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« Free Money Finance March Madness, Round 1, Posts 97-112 | Main | What Type of Retiree Do You Want to Be? »

March 02, 2007

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Your comment about capital gains on the unwanted mutual funds sent me on a 30-minute exploration of irs.gov (courtesy of my employer) and Pub 590 looking for a way to make IRA contributions ('tis the season, you know) in non-cash form. No luck.

You could, however, make charitable contributions in the form of stock or mutual funds. If your level of charitable giving reaches such a level, it could be tax-deductable for you. Your church, for example, might be willing and able to accept shares instead of weekly cash in the plate and you kill two birds with one stone.

"You could, however, make charitable contributions in the form of stock or mutual funds."

GREAT IDEA!!!!!!!

I'm all over this!!!!!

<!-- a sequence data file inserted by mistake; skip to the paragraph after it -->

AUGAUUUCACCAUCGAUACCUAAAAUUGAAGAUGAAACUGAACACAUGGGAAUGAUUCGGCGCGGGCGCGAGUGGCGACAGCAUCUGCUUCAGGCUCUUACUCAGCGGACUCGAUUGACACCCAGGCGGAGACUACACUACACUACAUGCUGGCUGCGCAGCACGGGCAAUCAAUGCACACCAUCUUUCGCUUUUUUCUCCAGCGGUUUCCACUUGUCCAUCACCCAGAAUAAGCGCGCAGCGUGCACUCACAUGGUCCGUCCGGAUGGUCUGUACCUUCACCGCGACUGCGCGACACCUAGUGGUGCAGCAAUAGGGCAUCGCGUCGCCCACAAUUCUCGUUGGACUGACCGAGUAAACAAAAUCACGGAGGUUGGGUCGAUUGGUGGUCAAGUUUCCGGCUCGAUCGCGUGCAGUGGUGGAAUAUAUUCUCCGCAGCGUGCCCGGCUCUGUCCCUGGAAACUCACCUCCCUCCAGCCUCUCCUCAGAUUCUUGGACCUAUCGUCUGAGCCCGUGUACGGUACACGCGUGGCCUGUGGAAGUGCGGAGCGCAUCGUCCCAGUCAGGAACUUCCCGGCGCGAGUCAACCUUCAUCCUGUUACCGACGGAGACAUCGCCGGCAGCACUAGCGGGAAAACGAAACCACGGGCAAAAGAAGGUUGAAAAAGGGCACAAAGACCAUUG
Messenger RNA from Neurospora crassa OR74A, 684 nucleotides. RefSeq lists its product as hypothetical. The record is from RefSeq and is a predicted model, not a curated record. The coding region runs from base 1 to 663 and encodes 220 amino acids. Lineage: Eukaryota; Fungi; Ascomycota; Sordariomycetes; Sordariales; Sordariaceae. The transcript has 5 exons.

Thanks for the suggestion.

Happy to help. Further investigation (Pub 526) reveals that the stock must be held for more than one year and there are certain cases where you must reduce the FMV of the contribution (probably not applicable in this case though). Less than one year, use the cost basis. Also note contribution limitations based on AGI.

If shares are given to a regular (non-charity) individual or entity, the basis also transfers with them. I.e., you can't gift them to your brother-in-law, who gifts cash to you in exchange. Well, you could, if he doesn't mind you sticking him with the capital gains. [See Pub 950 for gifts and Pub 551 for cost basis.]

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